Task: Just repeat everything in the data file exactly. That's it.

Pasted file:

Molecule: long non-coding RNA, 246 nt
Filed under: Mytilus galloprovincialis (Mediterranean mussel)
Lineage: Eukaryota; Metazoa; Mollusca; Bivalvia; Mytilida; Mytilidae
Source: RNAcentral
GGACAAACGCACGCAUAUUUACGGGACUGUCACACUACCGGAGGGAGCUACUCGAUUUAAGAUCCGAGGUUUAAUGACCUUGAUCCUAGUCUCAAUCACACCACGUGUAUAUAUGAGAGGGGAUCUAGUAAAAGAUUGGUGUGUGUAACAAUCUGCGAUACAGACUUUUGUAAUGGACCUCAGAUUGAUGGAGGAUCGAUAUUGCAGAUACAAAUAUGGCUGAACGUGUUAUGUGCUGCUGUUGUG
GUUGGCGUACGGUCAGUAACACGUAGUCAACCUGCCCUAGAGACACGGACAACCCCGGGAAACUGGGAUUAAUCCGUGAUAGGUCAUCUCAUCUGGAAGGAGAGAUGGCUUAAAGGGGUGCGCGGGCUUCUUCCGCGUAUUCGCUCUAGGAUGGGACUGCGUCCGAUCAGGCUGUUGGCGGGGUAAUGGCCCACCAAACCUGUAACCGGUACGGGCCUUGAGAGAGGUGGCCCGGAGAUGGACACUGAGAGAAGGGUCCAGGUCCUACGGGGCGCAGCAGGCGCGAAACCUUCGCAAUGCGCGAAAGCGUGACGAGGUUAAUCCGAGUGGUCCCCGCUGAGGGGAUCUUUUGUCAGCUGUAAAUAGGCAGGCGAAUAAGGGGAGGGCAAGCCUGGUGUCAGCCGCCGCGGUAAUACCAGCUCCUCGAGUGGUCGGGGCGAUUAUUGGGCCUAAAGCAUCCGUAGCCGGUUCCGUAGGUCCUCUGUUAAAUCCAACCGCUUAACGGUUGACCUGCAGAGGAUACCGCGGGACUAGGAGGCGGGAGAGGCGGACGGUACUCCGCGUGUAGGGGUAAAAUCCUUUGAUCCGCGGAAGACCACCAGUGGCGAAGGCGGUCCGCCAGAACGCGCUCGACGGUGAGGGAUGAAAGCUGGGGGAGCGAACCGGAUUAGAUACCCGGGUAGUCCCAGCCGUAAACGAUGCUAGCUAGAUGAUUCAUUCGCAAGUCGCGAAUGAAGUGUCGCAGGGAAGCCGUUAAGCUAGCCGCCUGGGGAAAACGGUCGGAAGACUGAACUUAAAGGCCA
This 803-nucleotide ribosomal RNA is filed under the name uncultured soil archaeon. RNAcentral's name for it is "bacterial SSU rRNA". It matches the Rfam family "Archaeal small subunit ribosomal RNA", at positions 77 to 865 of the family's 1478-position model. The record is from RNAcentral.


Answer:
Molecule: long non-coding RNA, 246 nt
Filed under: Mytilus galloprovincialis (Mediterranean mussel)
Lineage: Eukaryota; Metazoa; Mollusca; Bivalvia; Mytilida; Mytilidae
Source: RNAcentral
GGACAAACGCACGCAUAUUUACGGGACUGUCACACUACCGGAGGGAGCUACUCGAUUUAAGAUCCGAGGUUUAAUGACCUUGAUCCUAGUCUCAAUCACACCACGUGUAUAUAUGAGAGGGGAUCUAGUAAAAGAUUGGUGUGUGUAACAAUCUGCGAUACAGACUUUUGUAAUGGACCUCAGAUUGAUGGAGGAUCGAUAUUGCAGAUACAAAUAUGGCUGAACGUGUUAUGUGCUGCUGUUGUG
GUUGGCGUACGGUCAGUAACACGUAGUCAACCUGCCCUAGAGACACGGACAACCCCGGGAAACUGGGAUUAAUCCGUGAUAGGUCAUCUCAUCUGGAAGGAGAGAUGGCUUAAAGGGGUGCGCGGGCUUCUUCCGCGUAUUCGCUCUAGGAUGGGACUGCGUCCGAUCAGGCUGUUGGCGGGGUAAUGGCCCACCAAACCUGUAACCGGUACGGGCCUUGAGAGAGGUGGCCCGGAGAUGGACACUGAGAGAAGGGUCCAGGUCCUACGGGGCGCAGCAGGCGCGAAACCUUCGCAAUGCGCGAAAGCGUGACGAGGUUAAUCCGAGUGGUCCCCGCUGAGGGGAUCUUUUGUCAGCUGUAAAUAGGCAGGCGAAUAAGGGGAGGGCAAGCCUGGUGUCAGCCGCCGCGGUAAUACCAGCUCCUCGAGUGGUCGGGGCGAUUAUUGGGCCUAAAGCAUCCGUAGCCGGUUCCGUAGGUCCUCUGUUAAAUCCAACCGCUUAACGGUUGACCUGCAGAGGAUACCGCGGGACUAGGAGGCGGGAGAGGCGGACGGUACUCCGCGUGUAGGGGUAAAAUCCUUUGAUCCGCGGAAGACCACCAGUGGCGAAGGCGGUCCGCCAGAACGCGCUCGACGGUGAGGGAUGAAAGCUGGGGGAGCGAACCGGAUUAGAUACCCGGGUAGUCCCAGCCGUAAACGAUGCUAGCUAGAUGAUUCAUUCGCAAGUCGCGAAUGAAGUGUCGCAGGGAAGCCGUUAAGCUAGCCGCCUGGGGAAAACGGUCGGAAGACUGAACUUAAAGGCCA
This 803-nucleotide ribosomal RNA is filed under the name uncultured soil archaeon. RNAcentral's name for it is "bacterial SSU rRNA". It matches the Rfam family "Archaeal small subunit ribosomal RNA", at positions 77 to 865 of the family's 1478-position model. The record is from RNAcentral.